Tag Archives: psychology

A longer read for the lockdown: Compassion and Coronavirus

Thanks to COVID-19 we may well be on the cusp of a public mental health crisis. The ONS (https://www.ons.gov.uk/peoplepopulationandcommunity/healthandsocialcare/
healthandwellbeing/bulletins/coronavirusandthesocialimpactsongreatbritain/
latest#understanding-the-impact-on-society
) reports that 48% of adults feel their well-being has been affected by COVID-19, with evidence of a continuing upward trend, while 31% of those whose well-being has been affected said it was making their mental health worse. Grief, loneliness, uncertainty, an inability to access health and social care, and rising levels of domestic abuse are only some of the factors that are affecting people’s mental health right now. Many I am sure will have seen the following chart indicating the potential size of this harm relative to other aspects of the COVID-19 crisis.

4 waves of impact

Posted in Op-eds | Also tagged | 4 Comments

Beware the 1930s

My mind keeps going to parallels between the worlds of Brexit and Trump and what happened in Germany in the 1930s.

At the time of the referendum I was at the annual conference of the International Society for Psychoanalytic Study of Organisations. A gathering of people from across the world who are used to exploring unconscious processes was a rich context in which to explore what was going on under the surface.

By coincidence, on polling day one conference session was intended to focus on ethical dilemmas. We were shown short films on two famous psychological experiments, the Milgram experiment and the Stanford experiment which are controversial both because people were harmed, and because they shed light on how civilised people can come to behave badly. They have been used to understand what happened in the concentration camps, but are much more widely applicable than that.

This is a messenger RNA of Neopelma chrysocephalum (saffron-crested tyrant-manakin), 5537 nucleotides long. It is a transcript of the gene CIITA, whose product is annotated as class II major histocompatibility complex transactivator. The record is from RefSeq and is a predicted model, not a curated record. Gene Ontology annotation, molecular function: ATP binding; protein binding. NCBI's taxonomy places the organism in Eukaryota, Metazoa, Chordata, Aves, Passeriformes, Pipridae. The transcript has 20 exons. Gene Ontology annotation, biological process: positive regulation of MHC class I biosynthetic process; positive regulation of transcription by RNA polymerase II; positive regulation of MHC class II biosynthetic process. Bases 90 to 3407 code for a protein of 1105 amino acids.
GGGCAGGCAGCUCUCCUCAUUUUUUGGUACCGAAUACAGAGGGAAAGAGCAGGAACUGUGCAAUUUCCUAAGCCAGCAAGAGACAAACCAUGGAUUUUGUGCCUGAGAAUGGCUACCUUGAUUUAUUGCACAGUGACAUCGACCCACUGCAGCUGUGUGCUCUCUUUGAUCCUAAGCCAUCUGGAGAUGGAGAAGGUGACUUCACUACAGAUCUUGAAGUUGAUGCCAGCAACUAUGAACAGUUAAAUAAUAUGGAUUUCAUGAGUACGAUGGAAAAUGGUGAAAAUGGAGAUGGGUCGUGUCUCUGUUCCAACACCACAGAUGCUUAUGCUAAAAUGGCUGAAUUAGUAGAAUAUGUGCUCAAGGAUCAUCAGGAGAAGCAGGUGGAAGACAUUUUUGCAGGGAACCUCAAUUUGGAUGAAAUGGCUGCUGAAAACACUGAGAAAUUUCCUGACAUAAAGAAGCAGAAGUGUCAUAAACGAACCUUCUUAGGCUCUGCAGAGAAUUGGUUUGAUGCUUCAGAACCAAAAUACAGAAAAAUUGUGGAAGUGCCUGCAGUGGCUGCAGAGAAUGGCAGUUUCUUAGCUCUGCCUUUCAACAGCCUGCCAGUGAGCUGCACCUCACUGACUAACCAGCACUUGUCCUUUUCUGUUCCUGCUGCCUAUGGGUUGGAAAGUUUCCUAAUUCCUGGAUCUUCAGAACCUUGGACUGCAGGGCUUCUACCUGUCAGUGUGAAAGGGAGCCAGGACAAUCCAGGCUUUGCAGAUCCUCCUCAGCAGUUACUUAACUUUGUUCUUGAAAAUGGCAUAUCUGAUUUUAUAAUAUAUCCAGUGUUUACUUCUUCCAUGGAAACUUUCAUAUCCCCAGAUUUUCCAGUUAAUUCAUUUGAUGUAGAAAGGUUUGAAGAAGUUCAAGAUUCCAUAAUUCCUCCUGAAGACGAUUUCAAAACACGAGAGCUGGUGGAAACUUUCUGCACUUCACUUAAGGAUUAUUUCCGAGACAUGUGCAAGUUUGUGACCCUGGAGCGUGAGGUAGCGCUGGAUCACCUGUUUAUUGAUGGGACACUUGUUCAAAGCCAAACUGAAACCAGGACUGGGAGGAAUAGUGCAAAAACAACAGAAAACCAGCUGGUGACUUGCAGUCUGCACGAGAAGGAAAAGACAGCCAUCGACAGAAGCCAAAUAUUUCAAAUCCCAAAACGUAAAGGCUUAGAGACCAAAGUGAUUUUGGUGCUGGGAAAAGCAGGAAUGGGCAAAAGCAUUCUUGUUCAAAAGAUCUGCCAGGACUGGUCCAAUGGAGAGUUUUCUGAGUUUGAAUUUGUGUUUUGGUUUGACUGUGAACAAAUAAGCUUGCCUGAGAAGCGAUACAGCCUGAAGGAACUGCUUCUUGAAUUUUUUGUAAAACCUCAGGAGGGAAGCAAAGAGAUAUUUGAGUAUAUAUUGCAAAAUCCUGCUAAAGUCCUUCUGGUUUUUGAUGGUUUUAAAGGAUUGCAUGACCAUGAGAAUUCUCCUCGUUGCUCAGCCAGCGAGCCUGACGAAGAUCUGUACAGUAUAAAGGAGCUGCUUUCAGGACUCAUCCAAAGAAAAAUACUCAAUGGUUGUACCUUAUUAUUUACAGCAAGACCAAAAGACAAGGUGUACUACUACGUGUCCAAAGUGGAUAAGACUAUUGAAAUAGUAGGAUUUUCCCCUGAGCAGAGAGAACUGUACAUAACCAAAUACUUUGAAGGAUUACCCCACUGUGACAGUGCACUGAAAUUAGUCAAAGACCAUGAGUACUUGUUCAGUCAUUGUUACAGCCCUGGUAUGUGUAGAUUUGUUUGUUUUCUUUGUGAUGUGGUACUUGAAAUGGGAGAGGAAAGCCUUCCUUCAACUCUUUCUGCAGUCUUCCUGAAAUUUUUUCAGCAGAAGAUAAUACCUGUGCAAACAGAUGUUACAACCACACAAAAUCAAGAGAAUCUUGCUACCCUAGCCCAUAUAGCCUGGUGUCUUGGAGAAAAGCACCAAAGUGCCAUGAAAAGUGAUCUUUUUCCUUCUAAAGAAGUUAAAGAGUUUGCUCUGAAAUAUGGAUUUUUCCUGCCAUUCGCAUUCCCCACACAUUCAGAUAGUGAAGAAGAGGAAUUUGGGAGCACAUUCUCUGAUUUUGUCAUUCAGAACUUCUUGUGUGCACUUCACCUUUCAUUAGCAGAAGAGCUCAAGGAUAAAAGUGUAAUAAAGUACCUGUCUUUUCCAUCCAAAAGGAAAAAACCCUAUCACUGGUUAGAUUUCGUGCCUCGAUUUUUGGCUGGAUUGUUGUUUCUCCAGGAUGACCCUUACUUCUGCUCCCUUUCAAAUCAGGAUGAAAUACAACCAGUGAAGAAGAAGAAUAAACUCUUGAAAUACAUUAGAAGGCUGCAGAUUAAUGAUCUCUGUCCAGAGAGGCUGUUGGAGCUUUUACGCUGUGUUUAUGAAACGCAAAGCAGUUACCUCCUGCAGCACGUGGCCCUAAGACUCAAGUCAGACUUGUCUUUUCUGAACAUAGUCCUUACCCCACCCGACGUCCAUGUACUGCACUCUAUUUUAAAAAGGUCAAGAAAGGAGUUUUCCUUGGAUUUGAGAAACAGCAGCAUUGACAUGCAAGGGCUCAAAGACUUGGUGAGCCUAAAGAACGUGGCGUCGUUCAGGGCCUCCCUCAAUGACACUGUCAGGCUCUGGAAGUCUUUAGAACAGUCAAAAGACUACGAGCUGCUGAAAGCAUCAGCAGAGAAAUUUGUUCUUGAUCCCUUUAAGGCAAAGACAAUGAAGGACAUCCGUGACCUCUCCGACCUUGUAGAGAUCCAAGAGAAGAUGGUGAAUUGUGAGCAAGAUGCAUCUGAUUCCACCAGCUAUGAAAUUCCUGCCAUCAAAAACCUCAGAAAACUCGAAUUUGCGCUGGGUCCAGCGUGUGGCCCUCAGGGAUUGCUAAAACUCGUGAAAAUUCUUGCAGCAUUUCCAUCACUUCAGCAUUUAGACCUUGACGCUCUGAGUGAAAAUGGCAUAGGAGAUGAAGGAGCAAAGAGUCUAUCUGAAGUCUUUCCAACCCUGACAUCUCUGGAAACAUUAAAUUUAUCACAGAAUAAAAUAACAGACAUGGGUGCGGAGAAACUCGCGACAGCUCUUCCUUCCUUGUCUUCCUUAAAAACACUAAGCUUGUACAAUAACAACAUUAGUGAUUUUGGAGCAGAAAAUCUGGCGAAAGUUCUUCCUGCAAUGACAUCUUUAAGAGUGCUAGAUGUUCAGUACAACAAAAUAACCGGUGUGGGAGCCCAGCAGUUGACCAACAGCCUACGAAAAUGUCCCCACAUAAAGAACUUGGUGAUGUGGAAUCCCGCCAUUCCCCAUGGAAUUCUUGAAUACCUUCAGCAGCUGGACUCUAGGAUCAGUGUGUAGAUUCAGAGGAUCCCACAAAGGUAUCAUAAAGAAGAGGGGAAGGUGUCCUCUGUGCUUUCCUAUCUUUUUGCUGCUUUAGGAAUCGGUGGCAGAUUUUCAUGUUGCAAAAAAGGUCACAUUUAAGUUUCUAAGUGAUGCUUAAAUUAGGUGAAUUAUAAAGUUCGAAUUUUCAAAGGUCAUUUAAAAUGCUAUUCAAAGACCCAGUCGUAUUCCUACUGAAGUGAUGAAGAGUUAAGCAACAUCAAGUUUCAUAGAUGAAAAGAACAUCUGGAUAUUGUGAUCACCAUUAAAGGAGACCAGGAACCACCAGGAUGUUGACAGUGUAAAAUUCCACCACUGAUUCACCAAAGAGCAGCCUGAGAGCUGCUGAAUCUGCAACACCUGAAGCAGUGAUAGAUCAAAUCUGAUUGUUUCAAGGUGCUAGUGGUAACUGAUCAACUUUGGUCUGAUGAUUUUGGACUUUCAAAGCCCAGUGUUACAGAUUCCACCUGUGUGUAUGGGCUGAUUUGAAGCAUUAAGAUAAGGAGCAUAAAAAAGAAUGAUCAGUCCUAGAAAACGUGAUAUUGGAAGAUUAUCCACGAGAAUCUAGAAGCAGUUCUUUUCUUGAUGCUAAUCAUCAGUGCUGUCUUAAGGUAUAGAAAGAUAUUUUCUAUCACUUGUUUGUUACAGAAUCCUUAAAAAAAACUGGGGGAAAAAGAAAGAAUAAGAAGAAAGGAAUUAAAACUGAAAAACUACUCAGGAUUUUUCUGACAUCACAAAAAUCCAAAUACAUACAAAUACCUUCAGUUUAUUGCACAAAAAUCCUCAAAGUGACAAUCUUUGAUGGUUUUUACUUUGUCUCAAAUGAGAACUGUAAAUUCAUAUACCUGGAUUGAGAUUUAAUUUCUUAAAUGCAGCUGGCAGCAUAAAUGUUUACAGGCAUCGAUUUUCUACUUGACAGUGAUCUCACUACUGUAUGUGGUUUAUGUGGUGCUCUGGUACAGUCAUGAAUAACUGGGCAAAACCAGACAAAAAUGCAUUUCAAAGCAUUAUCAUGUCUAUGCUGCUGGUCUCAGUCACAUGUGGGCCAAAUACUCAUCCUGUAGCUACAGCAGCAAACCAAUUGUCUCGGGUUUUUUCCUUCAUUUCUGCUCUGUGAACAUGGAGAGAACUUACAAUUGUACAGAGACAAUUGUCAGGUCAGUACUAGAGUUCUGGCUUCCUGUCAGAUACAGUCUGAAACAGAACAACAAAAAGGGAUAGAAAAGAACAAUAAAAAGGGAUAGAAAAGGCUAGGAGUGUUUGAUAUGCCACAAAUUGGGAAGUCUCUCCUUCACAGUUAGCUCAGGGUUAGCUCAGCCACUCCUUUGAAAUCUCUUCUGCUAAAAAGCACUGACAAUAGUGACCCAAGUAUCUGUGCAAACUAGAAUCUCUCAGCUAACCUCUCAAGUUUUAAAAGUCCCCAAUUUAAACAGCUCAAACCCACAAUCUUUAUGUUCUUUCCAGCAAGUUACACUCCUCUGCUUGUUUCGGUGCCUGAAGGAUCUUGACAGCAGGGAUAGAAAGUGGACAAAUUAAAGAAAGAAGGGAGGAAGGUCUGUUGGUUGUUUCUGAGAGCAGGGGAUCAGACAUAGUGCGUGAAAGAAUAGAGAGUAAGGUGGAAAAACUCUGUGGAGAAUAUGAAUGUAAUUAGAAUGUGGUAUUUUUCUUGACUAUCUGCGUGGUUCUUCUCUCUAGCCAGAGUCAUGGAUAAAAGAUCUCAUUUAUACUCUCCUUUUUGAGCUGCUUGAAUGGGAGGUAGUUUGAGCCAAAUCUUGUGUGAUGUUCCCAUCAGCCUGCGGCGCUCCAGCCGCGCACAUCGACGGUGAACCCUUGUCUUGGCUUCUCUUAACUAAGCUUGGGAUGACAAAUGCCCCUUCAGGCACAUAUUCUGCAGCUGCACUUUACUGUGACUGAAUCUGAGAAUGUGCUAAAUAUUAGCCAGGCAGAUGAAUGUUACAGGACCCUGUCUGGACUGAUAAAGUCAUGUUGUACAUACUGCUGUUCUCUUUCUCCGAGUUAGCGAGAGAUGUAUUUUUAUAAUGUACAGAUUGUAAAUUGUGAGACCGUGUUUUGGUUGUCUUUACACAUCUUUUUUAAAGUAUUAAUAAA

The ensuing discussion seemed a little dry, as if there was something important which was being avoided. I took the microphone and made a link with some of the violence of the referendum: the murder of Jo Cox, an incident in a supermarket where someone I had seen earlier in a Vote Leave stall was shouting at a cashier planning to vote Remain, and some very aggressive comments from Leave supporters in door-knocking in the campaign. This is not to accuse Vote Leave of orchestrating violence, but it suggests something was being mobilised (which has become more obvious since then). I commented on the dark streak in Europe: along with our capacity to be civilised, there is a capacity to behave in very destructive ways. I expressed my fear that this was close to the surface in the referendum and struggled with tears as I commented on the way the EU has been set up to contain that destructive streak in the European psyche, and the fears evoked by some in the UK wanting to pull away from that. I was met with a round of applause.

Posted in Op-eds | Also tagged and | 33 Comments

The same policy can be good or evil – depends who thought of it

In May 2010, the Labour Party pledged to cap Housing Benefit. In their manifesto , they argued that the State shouldn’t be subsidising people to live in private rented properties that “ordinary working families” couldn’t afford.

Over 600 Labour parliamentary candidates happily stood on the pledge, not a whisper of opposition to the idea was heard from their ranks.

Fast forward to October 2010, five months later, and the Coalition Government come up with the same plan.

Not only was the Coalition scheme denounced by Labour in the strongest terms, with talk of “social cleansing” echoing the horrific Kosovan experiences, …

Posted in Op-eds | Also tagged | 70 Comments
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